Why haven’t I looked at individual players?

I did once (link, link) but that was using a small sample of easy to gather data. Other than that I don’t have any data beyond the team level. If you are willing to send any my way that would be much appreciated.

And finally: welcome

## 2 thoughts on “About the blog”

1. Hi,

Recently discovered your blog. Some good stuff here.

Short Intro;
I’ve been keeping stats of a La Liga team I follow over the past seasons, I get most of the data from ESPN’s Soccernet … they are quite lacking, but I haven’t found any places with more detailed data (unless I’m willing to fork out a ton of cash for a hobby).

Anyway, I’m in the process of incorporating some of the stats you’ve mentioned on your blog (PDO, TSR) into what I’ve got. Can’t wait to see how that ends up.

What would you consider a decent sample size for soccer stats? … I’ve done the team for the past three years and players for their times at the club for as far back as possible.
Maybe I could mail you a sample of the XLS that I’ve put together … It’d be great if you could give me a tip in which direction to go with regards to individual players.
I’m trying to link (team) results in with (static) tactics and get a better breakdown of positions … more along the lines of baseball, e.g. how effective is an outfielder in CF compared to LF/RF? But I’m not sure how detailed I should go into a position breakdown before it all starts getting too vague (also the sample sizes will get really small) or if this is even an interesting step to make.

It is all fairly basic and my education level isn’t that high (high school to be exact) though my life experience is getting on (mid 30s) and I’m keen on these kinds of things. I’m also trying to figure out what makes me like a player that others might not like on first glance.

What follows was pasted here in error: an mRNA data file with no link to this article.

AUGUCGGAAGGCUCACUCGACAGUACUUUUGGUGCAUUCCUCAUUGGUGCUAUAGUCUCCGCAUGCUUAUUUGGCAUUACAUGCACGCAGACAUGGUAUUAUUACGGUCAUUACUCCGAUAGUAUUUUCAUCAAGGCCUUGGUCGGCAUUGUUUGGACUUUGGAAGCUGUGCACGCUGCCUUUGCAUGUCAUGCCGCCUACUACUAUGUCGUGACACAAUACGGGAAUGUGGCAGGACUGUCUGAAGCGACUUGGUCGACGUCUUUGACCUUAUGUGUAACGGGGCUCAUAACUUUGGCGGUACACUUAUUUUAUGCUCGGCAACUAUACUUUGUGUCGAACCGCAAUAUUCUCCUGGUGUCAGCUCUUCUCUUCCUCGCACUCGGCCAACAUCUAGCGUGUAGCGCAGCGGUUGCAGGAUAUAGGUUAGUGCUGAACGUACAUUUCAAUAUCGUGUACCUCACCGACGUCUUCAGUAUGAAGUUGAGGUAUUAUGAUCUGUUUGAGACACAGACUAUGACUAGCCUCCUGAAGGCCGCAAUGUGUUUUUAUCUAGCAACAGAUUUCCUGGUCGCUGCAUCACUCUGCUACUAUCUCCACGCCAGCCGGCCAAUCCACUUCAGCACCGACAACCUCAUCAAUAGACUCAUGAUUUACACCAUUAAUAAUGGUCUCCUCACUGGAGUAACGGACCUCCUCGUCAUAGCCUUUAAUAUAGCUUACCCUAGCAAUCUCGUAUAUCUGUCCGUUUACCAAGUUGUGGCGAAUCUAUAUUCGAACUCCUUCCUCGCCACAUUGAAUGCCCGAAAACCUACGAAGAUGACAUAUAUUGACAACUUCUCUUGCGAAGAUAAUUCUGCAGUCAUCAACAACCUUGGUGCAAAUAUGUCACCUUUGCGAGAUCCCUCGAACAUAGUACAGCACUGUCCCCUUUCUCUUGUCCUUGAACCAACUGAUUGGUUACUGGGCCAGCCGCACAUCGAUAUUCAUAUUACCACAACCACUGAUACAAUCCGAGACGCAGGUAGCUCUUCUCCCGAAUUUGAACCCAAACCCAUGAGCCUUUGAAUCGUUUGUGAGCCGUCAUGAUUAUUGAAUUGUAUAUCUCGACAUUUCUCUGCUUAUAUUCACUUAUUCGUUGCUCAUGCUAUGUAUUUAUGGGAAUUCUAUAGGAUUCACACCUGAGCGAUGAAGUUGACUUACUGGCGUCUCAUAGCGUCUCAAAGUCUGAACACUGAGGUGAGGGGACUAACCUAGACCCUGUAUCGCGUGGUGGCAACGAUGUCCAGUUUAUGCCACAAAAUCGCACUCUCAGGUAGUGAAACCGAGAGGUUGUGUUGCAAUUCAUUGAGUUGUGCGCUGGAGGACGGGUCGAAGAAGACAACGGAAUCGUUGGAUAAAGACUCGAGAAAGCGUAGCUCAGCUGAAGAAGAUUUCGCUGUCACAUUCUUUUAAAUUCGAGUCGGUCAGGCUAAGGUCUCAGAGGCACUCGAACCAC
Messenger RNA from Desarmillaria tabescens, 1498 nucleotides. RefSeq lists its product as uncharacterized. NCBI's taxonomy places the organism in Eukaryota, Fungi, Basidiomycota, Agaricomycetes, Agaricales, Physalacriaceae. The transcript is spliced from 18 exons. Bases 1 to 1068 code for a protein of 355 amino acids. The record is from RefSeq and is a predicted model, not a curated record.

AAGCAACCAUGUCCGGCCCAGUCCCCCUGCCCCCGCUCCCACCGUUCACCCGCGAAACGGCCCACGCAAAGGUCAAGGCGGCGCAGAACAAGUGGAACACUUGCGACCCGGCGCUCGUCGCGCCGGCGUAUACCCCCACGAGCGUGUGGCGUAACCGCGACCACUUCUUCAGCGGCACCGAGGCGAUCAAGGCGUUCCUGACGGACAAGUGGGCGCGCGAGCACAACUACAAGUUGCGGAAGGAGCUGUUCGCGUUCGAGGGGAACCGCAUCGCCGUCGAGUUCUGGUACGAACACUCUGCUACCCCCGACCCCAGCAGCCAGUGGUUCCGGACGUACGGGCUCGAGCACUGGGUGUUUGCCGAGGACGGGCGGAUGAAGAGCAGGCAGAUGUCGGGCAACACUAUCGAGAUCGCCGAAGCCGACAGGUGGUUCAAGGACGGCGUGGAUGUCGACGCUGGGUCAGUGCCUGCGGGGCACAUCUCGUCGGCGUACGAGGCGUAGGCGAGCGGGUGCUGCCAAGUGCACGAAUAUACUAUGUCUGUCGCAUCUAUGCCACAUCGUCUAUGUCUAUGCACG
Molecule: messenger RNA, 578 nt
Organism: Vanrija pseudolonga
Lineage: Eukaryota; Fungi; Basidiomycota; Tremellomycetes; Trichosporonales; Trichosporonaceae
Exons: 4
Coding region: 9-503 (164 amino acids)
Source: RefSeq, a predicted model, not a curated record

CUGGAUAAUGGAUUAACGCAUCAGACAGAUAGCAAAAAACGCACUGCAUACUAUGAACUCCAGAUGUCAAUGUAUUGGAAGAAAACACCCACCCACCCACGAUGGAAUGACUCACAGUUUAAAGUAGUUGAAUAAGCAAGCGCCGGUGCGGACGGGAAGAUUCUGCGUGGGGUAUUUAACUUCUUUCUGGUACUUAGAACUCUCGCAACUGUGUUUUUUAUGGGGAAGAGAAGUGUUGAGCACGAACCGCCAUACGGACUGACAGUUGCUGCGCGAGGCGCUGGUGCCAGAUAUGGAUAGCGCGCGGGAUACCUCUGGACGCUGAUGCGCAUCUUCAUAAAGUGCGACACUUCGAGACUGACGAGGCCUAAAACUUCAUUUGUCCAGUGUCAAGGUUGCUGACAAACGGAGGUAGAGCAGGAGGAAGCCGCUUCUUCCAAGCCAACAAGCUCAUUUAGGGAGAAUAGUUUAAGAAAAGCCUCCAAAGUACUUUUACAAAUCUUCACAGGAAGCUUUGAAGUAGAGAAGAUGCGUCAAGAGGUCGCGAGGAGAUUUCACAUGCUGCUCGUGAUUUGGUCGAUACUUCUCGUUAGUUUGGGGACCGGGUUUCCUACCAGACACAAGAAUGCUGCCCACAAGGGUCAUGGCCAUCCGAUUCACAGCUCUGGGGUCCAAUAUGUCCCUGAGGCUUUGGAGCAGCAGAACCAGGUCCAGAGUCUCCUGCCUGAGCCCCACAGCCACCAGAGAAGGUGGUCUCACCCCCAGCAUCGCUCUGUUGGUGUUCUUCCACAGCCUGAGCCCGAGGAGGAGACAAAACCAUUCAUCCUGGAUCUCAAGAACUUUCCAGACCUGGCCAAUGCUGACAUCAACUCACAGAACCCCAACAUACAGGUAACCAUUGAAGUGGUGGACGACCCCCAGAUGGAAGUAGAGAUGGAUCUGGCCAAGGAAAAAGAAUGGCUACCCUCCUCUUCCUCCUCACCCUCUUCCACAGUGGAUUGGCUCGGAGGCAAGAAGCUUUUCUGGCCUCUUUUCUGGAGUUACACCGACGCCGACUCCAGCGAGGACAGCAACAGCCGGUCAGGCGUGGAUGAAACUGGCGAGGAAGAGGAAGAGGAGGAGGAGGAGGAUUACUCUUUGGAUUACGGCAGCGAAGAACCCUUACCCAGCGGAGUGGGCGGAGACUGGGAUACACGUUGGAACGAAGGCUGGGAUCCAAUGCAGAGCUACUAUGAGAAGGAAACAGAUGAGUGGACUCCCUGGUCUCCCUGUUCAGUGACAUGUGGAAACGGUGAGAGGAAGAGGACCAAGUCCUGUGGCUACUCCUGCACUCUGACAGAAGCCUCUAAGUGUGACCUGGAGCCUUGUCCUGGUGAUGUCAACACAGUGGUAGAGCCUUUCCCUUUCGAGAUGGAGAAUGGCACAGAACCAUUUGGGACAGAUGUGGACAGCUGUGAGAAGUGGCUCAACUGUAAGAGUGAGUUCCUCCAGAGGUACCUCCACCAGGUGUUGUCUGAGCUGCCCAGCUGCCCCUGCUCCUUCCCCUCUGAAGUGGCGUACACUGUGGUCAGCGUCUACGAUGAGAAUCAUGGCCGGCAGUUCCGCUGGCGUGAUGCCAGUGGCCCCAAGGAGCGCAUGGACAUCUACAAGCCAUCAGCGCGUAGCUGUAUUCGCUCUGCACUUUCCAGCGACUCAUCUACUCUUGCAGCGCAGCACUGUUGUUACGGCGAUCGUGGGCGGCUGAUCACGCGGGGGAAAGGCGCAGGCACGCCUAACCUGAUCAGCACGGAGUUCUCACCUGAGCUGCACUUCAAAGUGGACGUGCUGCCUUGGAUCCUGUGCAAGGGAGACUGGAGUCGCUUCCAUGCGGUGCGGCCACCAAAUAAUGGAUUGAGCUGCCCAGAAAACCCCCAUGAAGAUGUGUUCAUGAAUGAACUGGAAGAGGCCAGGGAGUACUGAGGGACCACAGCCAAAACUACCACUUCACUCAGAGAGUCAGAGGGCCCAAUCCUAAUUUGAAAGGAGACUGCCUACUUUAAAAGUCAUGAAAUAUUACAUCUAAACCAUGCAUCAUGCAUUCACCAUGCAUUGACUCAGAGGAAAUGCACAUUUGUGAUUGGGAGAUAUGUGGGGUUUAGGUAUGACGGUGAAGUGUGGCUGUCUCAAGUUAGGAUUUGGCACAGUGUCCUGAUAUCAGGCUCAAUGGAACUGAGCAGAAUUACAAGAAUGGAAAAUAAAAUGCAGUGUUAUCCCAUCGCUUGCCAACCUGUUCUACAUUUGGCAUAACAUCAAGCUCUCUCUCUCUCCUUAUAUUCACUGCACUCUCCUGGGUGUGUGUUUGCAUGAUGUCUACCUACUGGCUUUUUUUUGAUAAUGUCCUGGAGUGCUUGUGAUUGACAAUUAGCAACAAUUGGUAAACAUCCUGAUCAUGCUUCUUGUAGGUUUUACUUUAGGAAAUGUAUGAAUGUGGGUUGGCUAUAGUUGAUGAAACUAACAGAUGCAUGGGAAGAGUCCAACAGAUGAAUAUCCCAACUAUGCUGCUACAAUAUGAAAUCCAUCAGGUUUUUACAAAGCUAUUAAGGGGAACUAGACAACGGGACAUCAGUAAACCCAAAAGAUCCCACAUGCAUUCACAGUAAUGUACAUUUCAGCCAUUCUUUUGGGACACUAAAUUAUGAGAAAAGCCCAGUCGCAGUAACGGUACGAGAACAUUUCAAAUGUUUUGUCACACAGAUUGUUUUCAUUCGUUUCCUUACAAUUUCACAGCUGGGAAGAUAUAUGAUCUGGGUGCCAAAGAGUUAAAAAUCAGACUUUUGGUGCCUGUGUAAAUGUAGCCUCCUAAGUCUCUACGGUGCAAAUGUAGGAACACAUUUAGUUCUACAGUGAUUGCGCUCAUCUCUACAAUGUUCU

Also, maybe you could recommend a book on sports statistics or statistics in general that will help me move a step forwards.

Cheers and hope to hear from you,
b.

• Hi Bart, nice to hear from you.

A relevant sample size is tough to define. I don’t think one season is enough and I know I’m not alone with that train of thought (I believe Euro club index uses three seasons for their rankings but I stand to be corrected) however there are a lot of teams that change dramatically over two or three seasons so going to far down that road isn’t necessarily the right move either.

I think it’ll be tough to derive relative weightings for different positions without the advanced stats that cost cold hard cash, but I’m definitely interested to see what you’ve got and where it can go. If you’d like to send me a copy of the xls files I can be found at jim [underscore] grayson [at] hotmail [dot] com. If you’re looking to get hold of more La Liga stats check out football-data.co.uk – it looks like they have match stats going back six years.

Regards

James